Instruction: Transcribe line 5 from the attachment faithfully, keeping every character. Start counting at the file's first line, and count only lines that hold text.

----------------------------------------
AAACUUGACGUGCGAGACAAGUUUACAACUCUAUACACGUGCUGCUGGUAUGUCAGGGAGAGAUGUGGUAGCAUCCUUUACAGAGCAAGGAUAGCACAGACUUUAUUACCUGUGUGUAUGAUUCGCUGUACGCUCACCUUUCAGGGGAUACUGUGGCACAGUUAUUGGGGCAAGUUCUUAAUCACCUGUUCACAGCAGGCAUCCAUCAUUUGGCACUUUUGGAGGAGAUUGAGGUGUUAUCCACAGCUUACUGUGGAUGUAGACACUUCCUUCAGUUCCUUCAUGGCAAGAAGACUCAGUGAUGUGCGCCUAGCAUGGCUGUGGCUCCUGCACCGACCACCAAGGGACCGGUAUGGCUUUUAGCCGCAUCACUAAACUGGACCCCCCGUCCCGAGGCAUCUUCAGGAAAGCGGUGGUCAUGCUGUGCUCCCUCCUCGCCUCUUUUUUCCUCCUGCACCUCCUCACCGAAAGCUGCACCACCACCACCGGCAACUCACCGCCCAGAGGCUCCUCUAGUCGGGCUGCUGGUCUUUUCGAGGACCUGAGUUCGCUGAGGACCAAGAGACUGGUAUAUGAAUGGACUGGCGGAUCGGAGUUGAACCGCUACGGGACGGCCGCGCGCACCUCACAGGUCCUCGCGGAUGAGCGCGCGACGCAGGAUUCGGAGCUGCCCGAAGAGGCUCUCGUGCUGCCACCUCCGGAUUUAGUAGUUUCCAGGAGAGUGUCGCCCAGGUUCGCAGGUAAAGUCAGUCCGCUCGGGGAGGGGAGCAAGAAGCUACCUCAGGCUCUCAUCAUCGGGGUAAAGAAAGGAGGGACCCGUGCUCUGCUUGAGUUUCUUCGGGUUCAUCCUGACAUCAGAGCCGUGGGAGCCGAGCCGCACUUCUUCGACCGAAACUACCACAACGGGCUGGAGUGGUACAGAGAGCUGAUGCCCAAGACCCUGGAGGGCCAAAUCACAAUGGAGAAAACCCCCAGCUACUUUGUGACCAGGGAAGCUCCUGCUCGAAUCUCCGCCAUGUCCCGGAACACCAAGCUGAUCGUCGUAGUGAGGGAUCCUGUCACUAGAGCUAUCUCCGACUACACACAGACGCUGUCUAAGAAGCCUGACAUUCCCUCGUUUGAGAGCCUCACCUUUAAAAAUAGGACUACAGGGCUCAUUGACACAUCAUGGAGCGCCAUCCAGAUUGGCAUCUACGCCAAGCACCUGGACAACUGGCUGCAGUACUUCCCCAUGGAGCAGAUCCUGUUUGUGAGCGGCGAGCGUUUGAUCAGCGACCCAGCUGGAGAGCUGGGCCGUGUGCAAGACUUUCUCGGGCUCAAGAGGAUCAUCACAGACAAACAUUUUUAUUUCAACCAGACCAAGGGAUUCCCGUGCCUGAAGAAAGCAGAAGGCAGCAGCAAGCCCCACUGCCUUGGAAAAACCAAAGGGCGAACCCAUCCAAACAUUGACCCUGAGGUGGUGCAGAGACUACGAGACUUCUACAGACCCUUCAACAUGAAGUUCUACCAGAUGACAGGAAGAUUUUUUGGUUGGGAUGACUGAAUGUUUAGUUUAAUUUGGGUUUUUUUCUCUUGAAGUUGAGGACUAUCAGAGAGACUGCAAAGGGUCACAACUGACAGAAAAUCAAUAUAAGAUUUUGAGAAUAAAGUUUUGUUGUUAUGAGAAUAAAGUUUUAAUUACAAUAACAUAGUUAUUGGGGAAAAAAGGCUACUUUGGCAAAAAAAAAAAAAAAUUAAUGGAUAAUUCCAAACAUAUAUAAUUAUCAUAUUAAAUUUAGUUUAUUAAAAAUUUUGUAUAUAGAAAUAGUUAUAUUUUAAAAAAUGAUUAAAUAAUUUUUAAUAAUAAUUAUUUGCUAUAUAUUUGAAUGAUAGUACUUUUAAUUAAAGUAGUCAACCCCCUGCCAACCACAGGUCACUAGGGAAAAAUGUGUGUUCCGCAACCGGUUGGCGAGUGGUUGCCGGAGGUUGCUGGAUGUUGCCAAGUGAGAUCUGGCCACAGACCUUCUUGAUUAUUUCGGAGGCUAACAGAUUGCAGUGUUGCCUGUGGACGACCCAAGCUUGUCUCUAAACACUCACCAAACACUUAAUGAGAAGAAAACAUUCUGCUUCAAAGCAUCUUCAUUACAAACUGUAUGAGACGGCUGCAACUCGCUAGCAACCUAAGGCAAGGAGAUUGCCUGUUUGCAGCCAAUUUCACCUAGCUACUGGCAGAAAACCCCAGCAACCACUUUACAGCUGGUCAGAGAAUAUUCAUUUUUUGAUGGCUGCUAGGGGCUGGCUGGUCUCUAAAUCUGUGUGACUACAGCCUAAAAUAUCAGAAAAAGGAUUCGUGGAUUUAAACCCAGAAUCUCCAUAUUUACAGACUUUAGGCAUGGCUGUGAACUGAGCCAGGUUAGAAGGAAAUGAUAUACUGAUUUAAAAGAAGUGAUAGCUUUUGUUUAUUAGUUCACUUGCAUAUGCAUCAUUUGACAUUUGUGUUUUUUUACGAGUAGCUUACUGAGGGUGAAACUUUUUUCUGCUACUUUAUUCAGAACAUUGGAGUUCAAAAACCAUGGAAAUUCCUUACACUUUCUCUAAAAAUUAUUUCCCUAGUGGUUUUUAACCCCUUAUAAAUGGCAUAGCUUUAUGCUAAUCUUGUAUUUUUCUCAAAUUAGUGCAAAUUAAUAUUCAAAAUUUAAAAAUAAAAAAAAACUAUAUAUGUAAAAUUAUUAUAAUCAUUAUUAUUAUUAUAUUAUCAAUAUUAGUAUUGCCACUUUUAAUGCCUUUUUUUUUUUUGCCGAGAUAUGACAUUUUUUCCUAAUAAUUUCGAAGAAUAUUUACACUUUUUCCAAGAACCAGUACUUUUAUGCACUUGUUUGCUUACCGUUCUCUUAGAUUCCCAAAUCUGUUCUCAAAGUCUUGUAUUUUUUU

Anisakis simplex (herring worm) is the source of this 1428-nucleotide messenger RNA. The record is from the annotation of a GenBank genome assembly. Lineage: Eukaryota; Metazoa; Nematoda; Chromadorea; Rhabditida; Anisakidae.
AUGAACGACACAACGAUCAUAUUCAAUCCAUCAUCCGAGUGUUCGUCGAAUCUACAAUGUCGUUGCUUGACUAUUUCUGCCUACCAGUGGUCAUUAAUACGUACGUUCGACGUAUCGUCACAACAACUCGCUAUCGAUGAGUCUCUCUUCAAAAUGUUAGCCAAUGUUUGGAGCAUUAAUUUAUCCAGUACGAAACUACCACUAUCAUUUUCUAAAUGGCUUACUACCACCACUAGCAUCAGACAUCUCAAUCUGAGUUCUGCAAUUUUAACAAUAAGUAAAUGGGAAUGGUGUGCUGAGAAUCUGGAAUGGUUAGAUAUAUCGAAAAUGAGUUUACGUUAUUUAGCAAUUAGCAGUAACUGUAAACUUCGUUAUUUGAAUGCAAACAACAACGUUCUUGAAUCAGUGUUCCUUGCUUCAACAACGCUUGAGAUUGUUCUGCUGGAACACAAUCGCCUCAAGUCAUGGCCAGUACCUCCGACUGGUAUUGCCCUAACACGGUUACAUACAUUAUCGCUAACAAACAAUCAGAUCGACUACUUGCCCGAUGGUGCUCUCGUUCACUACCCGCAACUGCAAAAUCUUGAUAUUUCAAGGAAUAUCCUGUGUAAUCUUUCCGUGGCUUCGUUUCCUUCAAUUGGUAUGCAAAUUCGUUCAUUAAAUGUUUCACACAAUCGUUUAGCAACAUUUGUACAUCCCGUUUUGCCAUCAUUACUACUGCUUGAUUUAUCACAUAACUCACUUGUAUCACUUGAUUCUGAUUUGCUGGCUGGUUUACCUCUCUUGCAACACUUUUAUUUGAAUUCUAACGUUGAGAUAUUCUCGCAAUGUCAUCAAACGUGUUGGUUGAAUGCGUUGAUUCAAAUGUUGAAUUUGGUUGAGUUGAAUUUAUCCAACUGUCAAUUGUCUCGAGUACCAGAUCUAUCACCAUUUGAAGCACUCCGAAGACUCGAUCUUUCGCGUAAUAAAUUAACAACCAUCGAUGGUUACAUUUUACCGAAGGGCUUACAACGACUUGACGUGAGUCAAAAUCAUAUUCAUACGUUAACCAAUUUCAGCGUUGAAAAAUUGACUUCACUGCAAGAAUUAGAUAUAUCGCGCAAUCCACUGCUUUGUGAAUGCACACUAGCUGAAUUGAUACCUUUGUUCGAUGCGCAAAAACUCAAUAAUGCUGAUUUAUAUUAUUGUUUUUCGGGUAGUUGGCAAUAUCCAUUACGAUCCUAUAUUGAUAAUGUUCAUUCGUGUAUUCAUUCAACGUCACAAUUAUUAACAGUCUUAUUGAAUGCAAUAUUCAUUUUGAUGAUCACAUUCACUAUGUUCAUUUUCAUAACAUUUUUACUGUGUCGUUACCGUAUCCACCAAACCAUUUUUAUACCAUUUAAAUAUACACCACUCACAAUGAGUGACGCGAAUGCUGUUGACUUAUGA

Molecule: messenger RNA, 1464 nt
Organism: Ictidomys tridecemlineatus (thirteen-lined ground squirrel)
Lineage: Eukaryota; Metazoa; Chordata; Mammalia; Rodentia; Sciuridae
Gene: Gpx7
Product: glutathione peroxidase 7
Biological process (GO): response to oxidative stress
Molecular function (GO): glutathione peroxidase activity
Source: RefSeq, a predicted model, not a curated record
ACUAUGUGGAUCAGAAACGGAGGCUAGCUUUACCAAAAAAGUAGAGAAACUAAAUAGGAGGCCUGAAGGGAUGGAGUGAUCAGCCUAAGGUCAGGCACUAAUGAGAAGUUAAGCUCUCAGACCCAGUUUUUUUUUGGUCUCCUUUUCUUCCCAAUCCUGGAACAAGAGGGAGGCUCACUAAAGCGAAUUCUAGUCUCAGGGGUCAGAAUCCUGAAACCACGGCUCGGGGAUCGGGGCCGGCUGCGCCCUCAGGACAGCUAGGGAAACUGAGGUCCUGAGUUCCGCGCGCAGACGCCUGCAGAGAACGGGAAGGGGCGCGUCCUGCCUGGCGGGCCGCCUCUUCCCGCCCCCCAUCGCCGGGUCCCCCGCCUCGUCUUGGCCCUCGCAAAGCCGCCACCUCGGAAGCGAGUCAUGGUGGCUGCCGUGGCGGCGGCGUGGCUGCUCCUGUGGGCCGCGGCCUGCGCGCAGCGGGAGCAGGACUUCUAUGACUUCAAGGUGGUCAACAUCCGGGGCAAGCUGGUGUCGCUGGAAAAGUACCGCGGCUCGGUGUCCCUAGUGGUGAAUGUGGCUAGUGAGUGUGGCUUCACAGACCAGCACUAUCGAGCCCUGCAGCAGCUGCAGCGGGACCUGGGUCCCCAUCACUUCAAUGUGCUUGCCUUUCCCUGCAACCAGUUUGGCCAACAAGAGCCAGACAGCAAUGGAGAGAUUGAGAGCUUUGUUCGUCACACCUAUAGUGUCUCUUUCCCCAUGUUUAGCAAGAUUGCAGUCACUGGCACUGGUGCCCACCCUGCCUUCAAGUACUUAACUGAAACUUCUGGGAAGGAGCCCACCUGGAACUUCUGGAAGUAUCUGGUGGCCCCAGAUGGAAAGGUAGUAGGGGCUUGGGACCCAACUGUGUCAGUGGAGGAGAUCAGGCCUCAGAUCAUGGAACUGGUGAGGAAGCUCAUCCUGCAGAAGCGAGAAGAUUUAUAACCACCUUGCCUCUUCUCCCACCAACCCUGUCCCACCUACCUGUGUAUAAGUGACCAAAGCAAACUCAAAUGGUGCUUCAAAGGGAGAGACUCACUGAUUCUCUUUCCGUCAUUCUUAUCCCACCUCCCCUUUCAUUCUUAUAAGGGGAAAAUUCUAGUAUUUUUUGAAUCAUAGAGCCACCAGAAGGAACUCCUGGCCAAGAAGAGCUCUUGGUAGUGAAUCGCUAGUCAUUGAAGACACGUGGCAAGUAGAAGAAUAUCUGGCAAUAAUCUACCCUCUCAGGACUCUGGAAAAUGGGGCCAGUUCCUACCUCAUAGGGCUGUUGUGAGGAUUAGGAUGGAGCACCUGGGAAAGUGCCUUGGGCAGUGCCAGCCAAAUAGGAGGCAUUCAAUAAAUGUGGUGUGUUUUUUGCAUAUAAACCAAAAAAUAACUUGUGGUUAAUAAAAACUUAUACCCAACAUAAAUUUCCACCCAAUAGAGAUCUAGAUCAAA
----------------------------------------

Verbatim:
Organism: Ictidomys tridecemlineatus (thirteen-lined ground squirrel)